Wednesday, July 6, 2011

Sleep Extension and Athletic Performance

There is a fascinating article in the July edition of the Sleep Journal about how sleeping longer can improve athletic performance. Sleep researchers have documented how sleep deprivation can negatively impact cognitive performance like memory and reaction time as well as mood. Some sleep deprivation studies have even shown that sleep loss can impair weight-lifting and cardiopulmonary functioning. However, there have been few studies about the effect of sleeping longer on athletic performance. The authors of this study believe that the vast majority of college students, especially athletes, suffer from chronic sleep deprivation due to academic, athletic, and social demands on their time - and this sleep debt could impact athletic performance.

In this study, the 11 subjects were college basketball players at Stanford University. They kept their normal sleep times of 6-9 hours per night for 2-4 weeks at baseline. Researchers than had them extend their sleep duration to a minimum of 10 hours of sleep per night for 5-7 weeks. While traveling, participants were allowed to nap during the daytime if their schedule did not allow them to sleep the full 10 hours at night. The sleep extension aspect occurred during the regular basketball season.

Sleep times were measured subjectively by sleep diaries and objectively by a home sleep monitor worn on the wrist. Athletic performance was measured by a timed sprint and free throw and 3 point accuracy. All performance measures were performed after each regular practice session in the late afternoon. Reaction time was also measured twice daily by a hand-held computer device. Daytime sleepines and mood were recorded with subjective questionnaires.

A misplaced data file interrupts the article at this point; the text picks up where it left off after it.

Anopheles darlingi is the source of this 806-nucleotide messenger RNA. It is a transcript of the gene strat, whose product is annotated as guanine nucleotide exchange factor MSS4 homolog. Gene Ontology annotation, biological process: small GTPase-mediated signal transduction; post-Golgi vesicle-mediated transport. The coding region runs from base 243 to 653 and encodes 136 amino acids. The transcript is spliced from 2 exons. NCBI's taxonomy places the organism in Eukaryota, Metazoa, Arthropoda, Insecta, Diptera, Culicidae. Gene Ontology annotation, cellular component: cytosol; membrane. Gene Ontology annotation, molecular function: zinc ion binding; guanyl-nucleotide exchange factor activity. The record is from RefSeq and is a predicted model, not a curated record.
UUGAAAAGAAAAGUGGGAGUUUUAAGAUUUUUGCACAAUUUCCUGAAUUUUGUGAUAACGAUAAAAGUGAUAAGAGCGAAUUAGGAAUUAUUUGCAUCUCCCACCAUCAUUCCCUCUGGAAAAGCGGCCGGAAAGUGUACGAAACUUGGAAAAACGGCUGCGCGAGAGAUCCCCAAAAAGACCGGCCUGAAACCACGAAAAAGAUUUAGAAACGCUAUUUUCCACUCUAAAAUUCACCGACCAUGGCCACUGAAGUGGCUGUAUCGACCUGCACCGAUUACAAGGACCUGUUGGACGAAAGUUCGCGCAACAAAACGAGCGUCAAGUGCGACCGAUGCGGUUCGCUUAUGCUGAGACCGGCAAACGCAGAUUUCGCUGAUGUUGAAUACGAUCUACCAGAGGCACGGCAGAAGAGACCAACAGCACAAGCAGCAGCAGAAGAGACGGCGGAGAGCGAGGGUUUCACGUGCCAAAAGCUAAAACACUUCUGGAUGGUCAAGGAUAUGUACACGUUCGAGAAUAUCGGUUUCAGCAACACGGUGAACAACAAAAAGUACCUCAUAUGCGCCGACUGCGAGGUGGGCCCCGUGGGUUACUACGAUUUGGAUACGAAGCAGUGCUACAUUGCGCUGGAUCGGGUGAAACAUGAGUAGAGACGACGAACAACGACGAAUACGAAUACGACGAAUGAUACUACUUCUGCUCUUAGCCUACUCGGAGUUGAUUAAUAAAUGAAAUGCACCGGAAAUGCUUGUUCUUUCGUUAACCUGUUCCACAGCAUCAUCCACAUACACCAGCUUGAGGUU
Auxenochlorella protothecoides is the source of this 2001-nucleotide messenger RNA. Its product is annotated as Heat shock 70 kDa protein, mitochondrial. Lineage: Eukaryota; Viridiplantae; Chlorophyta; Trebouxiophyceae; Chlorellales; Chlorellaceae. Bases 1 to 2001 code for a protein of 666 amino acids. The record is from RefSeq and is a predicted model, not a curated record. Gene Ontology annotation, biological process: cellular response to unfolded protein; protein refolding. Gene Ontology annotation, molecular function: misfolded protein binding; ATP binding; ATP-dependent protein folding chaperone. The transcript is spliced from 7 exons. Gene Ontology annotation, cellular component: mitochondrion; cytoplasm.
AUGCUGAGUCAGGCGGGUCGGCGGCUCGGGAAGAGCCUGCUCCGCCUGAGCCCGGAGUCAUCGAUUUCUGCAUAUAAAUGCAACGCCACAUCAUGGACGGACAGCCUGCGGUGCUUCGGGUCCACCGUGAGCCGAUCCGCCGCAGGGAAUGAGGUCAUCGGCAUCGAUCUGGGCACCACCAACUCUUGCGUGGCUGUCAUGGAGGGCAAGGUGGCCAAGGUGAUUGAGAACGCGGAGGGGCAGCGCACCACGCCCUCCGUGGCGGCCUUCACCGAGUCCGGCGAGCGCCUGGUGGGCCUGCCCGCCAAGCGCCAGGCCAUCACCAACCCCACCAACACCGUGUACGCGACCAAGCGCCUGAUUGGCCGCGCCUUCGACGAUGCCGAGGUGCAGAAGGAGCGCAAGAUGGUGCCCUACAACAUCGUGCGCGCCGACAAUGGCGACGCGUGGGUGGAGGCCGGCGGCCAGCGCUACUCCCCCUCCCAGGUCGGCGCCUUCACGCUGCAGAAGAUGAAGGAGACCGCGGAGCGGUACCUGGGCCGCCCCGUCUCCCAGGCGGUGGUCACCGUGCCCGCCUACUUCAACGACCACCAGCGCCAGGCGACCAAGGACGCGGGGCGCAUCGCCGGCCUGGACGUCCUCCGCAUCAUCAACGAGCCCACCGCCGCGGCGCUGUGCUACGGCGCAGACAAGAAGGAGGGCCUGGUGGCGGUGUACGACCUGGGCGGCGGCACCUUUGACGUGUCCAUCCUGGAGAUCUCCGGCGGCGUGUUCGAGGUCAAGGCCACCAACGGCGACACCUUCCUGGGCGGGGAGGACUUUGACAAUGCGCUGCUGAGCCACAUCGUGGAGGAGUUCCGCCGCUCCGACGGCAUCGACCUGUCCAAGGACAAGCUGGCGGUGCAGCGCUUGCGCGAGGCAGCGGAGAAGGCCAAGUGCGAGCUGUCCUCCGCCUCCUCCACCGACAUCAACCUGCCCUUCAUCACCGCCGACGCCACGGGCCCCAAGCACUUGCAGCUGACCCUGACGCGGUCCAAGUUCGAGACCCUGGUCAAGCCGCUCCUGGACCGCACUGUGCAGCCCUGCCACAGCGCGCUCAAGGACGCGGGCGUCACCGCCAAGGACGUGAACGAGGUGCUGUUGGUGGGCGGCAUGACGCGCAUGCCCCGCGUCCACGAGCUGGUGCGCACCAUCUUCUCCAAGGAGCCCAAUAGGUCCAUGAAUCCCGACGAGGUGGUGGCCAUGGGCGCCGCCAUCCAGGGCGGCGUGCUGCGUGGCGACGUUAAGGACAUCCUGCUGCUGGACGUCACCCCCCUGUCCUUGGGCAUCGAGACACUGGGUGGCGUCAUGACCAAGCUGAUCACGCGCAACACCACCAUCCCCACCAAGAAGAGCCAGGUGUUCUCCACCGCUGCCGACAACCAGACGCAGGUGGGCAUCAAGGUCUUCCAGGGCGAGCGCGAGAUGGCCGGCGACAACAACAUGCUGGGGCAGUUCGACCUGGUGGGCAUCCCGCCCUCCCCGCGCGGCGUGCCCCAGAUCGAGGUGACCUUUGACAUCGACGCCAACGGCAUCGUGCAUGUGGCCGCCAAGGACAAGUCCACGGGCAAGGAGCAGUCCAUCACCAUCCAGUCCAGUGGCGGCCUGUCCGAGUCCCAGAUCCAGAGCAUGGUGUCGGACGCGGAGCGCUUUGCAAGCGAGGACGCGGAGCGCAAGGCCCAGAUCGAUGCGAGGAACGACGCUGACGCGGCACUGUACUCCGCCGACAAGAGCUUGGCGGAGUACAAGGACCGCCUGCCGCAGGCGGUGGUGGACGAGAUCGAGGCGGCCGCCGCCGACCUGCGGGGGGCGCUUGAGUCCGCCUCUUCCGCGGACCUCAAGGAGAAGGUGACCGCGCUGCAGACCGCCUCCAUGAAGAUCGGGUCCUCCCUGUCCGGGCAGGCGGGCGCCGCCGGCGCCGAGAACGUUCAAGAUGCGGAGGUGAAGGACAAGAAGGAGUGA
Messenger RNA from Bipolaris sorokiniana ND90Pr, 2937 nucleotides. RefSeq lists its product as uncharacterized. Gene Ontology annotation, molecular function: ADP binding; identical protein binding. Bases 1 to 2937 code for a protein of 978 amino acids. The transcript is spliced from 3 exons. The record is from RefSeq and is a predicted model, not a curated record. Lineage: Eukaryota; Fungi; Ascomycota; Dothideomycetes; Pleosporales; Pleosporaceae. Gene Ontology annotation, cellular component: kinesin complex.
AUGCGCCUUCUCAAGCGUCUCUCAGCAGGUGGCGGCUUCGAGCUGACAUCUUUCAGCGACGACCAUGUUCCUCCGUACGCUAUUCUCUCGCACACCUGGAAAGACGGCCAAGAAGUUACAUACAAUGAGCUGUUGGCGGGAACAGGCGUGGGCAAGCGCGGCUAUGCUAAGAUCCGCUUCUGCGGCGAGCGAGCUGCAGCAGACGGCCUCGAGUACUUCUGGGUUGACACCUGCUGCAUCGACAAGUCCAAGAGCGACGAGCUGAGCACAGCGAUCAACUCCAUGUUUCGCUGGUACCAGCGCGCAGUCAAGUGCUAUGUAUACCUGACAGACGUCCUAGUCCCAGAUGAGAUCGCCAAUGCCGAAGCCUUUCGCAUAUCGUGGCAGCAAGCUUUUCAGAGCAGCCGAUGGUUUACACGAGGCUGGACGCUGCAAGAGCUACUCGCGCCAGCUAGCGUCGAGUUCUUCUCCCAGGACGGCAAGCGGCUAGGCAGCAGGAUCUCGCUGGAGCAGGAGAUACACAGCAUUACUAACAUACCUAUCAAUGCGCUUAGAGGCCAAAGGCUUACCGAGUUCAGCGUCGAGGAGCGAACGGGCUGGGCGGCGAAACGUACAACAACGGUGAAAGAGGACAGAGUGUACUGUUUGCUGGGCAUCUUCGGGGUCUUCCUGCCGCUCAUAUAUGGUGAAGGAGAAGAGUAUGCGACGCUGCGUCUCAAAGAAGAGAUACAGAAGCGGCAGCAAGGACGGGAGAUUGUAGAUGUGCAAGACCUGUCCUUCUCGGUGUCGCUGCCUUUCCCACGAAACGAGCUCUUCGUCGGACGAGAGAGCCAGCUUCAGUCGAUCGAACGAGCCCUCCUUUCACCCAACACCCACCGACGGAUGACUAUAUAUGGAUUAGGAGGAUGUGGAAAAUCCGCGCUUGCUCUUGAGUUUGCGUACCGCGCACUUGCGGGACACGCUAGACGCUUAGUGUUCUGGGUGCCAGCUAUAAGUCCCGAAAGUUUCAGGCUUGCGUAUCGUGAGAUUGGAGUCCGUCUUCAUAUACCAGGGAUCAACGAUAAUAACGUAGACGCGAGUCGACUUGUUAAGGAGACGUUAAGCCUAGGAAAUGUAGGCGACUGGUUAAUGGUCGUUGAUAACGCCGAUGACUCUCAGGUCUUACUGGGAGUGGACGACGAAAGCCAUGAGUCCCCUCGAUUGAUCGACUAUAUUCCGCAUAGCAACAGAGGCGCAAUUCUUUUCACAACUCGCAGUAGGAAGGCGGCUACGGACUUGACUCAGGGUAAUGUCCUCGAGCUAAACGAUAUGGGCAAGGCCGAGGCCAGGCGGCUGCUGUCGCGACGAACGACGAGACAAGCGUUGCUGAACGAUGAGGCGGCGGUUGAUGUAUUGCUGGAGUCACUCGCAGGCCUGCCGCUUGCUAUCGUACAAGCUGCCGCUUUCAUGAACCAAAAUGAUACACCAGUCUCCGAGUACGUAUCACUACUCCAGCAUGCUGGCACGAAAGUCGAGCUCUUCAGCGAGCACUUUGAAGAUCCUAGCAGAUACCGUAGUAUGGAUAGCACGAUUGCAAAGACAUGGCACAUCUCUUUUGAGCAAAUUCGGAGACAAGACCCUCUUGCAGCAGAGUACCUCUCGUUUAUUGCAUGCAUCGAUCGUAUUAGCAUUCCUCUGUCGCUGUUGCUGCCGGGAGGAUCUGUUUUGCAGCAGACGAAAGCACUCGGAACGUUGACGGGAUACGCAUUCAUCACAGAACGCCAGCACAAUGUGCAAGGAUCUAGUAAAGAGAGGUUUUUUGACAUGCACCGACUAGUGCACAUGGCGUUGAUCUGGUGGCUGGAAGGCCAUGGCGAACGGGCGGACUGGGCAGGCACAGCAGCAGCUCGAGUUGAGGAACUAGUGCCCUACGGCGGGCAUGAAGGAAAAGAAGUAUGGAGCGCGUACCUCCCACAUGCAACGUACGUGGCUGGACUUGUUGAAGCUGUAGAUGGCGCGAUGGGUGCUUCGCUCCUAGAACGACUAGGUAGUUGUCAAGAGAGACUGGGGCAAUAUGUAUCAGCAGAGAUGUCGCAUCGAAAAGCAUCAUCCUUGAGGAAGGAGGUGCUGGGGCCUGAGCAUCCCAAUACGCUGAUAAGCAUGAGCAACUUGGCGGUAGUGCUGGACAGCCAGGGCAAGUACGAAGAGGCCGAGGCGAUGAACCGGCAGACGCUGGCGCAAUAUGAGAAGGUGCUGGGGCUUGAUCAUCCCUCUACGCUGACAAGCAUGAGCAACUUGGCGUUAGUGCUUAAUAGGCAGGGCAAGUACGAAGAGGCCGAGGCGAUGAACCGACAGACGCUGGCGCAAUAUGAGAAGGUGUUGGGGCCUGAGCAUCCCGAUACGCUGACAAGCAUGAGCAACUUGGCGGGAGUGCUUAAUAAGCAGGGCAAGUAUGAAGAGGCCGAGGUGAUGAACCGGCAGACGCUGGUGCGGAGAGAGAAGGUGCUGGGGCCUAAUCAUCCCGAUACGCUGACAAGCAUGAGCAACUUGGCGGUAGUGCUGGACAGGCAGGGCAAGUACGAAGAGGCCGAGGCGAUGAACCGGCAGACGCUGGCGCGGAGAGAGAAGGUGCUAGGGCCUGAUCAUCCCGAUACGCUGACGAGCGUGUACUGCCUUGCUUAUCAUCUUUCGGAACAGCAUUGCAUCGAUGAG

The results showed that the players increased objective sleep time by 111 minutes during the sleep extension time period. Reaction time improved significantly during the sleep extension portion compared to the baseline. Daytime sleepiness went from a level that is considered borderline sleepy to completely normal during the sleep extension. Mood, self-perception, and subjective performance during practices and games all improved with sleep extension.

The authors pointed out that the athletes were able to fulfill their typical personal, work, and training obligations while also extending their total sleep time, meaning that sleep extension is a realstic option to improve performance. Also, the authors felt that the athletic performance measures (sprint time and shooting accuracy) got better from more sleep, rather than more practice, because they chose performance measures that were very familiar to the athletes and who had become quite proficient at them prior to the onset of the study. The authors did point out that this was a small study with no matched controls.

In conclusion, the results of this study demonstrate that increased sleep durations in college athletes can significantly improve athletic performance, overall well-being, and mental performance. Since the mental aspect to training and competition is so important, the results of this study are even more impressive. Perhaps more sleep will become an integral factor along with nutrition, conditioning, and coaching in enhancing athletic peformance.

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